Green MP Keith Locke has challenged the government to speak out against American war crimes in Fallujah in the same way that it has condemned the terrorist bombing of civilian targets in Baghdad.
“The shooting of a wounded prisoner in cold blood is clearly a war crime, but it is not just the young US soldier involved who should charged,” said Mr Locke, the Green Party’s Foreign Affairs spokesperson.
“Many other war crimes have been committed during the US offensive against Fallujah which cannot be justified as ‘retaliation’ against terrorists. The person who orders indiscriminate air strikes on civilian neighbourhoods is just as much a war criminal as the soldier who shoots an unarmed prisoner.
“The Rome Treaty of the International Criminal Court defines as a war crime as: ‘intentionally launching an attack in the knowledge that such attack will cause incidental loss of life or injury to civilians or damage to civilian objects…which would be clearly excessive in relation to the concrete and direct overall military advantage anticipated.’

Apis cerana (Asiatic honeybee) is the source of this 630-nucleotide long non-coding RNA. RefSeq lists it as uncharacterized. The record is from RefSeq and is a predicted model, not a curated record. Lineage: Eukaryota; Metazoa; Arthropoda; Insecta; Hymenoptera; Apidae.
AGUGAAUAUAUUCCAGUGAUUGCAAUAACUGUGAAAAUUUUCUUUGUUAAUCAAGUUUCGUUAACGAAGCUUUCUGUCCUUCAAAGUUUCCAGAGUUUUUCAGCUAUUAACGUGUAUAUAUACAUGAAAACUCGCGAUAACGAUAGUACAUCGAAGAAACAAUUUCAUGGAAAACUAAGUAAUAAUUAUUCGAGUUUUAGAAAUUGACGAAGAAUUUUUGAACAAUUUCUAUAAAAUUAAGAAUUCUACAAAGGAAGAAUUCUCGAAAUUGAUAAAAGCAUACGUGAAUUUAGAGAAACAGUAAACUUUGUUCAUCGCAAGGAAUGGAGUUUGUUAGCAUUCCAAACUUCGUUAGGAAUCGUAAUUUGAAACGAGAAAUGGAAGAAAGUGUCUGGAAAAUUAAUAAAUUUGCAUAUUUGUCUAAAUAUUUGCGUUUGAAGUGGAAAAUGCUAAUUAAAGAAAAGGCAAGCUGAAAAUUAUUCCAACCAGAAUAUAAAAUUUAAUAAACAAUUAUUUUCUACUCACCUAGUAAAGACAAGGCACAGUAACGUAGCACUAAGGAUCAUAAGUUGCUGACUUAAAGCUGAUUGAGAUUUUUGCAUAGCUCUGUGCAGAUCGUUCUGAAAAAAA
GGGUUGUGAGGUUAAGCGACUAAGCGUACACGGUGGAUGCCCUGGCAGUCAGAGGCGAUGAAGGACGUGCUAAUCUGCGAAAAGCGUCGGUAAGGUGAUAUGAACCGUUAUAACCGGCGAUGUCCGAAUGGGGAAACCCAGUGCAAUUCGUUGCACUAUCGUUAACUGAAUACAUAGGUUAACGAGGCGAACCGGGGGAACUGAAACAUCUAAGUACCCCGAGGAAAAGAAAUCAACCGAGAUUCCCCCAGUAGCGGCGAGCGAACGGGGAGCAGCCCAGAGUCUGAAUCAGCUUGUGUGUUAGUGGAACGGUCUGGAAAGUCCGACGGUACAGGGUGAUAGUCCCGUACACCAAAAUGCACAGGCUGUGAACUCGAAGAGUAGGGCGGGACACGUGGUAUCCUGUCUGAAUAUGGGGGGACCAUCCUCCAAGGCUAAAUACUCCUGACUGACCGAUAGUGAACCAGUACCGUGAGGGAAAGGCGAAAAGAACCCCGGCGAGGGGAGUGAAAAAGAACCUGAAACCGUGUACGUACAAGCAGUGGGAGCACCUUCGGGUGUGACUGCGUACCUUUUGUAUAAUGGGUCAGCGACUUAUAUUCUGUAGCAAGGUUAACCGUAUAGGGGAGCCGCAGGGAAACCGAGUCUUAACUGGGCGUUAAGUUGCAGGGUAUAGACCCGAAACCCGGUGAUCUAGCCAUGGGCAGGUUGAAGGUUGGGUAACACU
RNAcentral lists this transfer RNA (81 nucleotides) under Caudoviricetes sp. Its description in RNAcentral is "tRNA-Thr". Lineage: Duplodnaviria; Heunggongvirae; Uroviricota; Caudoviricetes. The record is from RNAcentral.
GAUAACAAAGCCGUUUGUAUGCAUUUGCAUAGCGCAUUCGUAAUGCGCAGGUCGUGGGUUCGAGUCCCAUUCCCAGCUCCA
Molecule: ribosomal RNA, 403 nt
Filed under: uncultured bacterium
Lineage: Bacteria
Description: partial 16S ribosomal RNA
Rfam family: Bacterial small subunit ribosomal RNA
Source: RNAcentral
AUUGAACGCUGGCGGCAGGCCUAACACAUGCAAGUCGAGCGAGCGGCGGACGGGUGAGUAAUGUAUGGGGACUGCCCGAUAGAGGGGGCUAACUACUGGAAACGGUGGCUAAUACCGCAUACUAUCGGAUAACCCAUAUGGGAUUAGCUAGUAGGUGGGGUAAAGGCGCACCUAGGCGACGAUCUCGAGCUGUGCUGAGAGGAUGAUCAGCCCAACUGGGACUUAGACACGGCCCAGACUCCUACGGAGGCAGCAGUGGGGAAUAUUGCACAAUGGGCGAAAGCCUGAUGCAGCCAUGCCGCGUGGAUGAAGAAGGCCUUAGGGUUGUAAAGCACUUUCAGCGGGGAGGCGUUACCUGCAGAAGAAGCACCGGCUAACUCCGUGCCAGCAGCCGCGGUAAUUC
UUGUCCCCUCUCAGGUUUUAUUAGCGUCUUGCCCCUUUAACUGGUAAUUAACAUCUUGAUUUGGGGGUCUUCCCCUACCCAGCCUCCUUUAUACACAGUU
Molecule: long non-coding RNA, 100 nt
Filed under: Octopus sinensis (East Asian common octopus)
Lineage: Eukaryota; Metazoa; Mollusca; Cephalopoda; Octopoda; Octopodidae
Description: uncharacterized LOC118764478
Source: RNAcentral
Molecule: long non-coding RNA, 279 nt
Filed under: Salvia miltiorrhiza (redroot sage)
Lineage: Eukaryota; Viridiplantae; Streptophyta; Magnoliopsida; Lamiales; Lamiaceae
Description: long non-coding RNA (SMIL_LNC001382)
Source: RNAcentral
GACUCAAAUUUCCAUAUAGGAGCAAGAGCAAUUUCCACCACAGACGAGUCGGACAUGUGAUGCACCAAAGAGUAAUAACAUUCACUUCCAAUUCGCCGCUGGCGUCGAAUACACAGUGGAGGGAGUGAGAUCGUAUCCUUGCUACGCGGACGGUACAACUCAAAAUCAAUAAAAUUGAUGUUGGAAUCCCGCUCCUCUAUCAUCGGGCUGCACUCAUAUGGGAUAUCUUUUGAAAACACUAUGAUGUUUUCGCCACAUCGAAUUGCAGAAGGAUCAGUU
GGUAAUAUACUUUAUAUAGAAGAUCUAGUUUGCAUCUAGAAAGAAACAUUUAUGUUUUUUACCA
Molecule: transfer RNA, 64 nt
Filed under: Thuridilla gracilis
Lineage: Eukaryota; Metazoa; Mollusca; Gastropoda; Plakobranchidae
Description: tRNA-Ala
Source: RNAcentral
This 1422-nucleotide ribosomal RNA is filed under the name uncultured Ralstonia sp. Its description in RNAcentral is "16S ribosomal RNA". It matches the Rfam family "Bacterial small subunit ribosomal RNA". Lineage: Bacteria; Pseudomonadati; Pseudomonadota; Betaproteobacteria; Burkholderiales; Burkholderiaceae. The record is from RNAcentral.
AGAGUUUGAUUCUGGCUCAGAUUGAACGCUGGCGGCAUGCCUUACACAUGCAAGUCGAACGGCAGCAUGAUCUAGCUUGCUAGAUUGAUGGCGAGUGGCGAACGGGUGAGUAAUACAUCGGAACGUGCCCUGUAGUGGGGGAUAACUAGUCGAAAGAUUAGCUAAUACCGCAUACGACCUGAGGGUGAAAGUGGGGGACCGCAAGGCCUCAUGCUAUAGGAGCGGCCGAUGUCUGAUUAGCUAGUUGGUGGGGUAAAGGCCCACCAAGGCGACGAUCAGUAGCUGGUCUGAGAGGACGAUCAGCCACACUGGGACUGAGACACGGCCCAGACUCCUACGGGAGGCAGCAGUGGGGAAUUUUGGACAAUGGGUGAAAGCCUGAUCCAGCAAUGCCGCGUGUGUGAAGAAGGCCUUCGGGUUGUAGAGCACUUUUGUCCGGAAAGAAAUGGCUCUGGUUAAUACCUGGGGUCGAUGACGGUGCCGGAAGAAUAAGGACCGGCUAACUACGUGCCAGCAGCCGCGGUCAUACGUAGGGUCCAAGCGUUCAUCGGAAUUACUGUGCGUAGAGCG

“The extensive bombing of Fallujah, with many civilian deaths, does constitute a war crime under the Rome Treaty,” said Mr Locke. “Much of the city has been devastated, prisoners have been mistreated, fleeing civilians shot down and the Red Crescent has been forbidden access to witness or alleviate the suffering.
“This is not the time for fawning platitudes about how well our Government can get on with new US Secretary of State, Condoleezza Rice, whose hawkish advice as Bush’s National Security Advisor helped create the Iraq tragedy.
“We should add our voice to that of international leaders like UN Secretary-General Kofi Annan, who cautioned the US against its offensive in Fallujah,” Mr Locke said. “For New Zealand, Fallujah is a test of whether we are going to stand up to the new, even more aggressive, Bush administration.”